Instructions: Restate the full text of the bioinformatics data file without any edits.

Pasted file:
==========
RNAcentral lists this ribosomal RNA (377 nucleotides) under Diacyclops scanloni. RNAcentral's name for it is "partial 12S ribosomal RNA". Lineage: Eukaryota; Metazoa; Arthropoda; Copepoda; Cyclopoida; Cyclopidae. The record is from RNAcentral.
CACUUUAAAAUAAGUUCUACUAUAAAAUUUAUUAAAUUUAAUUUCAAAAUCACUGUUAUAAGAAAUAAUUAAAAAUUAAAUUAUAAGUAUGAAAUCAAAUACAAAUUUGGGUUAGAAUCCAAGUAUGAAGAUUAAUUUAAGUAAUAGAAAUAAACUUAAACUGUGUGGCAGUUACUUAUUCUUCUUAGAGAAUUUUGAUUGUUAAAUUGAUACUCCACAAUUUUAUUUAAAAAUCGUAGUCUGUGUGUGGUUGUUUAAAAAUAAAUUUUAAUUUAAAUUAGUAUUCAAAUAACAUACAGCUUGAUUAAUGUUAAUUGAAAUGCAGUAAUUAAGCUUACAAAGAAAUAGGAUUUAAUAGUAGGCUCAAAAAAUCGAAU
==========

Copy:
RNAcentral lists this ribosomal RNA (377 nucleotides) under Diacyclops scanloni. RNAcentral's name for it is "partial 12S ribosomal RNA". Lineage: Eukaryota; Metazoa; Arthropoda; Copepoda; Cyclopoida; Cyclopidae. The record is from RNAcentral.
CACUUUAAAAUAAGUUCUACUAUAAAAUUUAUUAAAUUUAAUUUCAAAAUCACUGUUAUAAGAAAUAAUUAAAAAUUAAAUUAUAAGUAUGAAAUCAAAUACAAAUUUGGGUUAGAAUCCAAGUAUGAAGAUUAAUUUAAGUAAUAGAAAUAAACUUAAACUGUGUGGCAGUUACUUAUUCUUCUUAGAGAAUUUUGAUUGUUAAAUUGAUACUCCACAAUUUUAUUUAAAAAUCGUAGUCUGUGUGUGGUUGUUUAAAAAUAAAUUUUAAUUUAAAUUAGUAUUCAAAUAACAUACAGCUUGAUUAAUGUUAAUUGAAAUGCAGUAAUUAAGCUUACAAAGAAAUAGGAUUUAAUAGUAGGCUCAAAAAAUCGAAU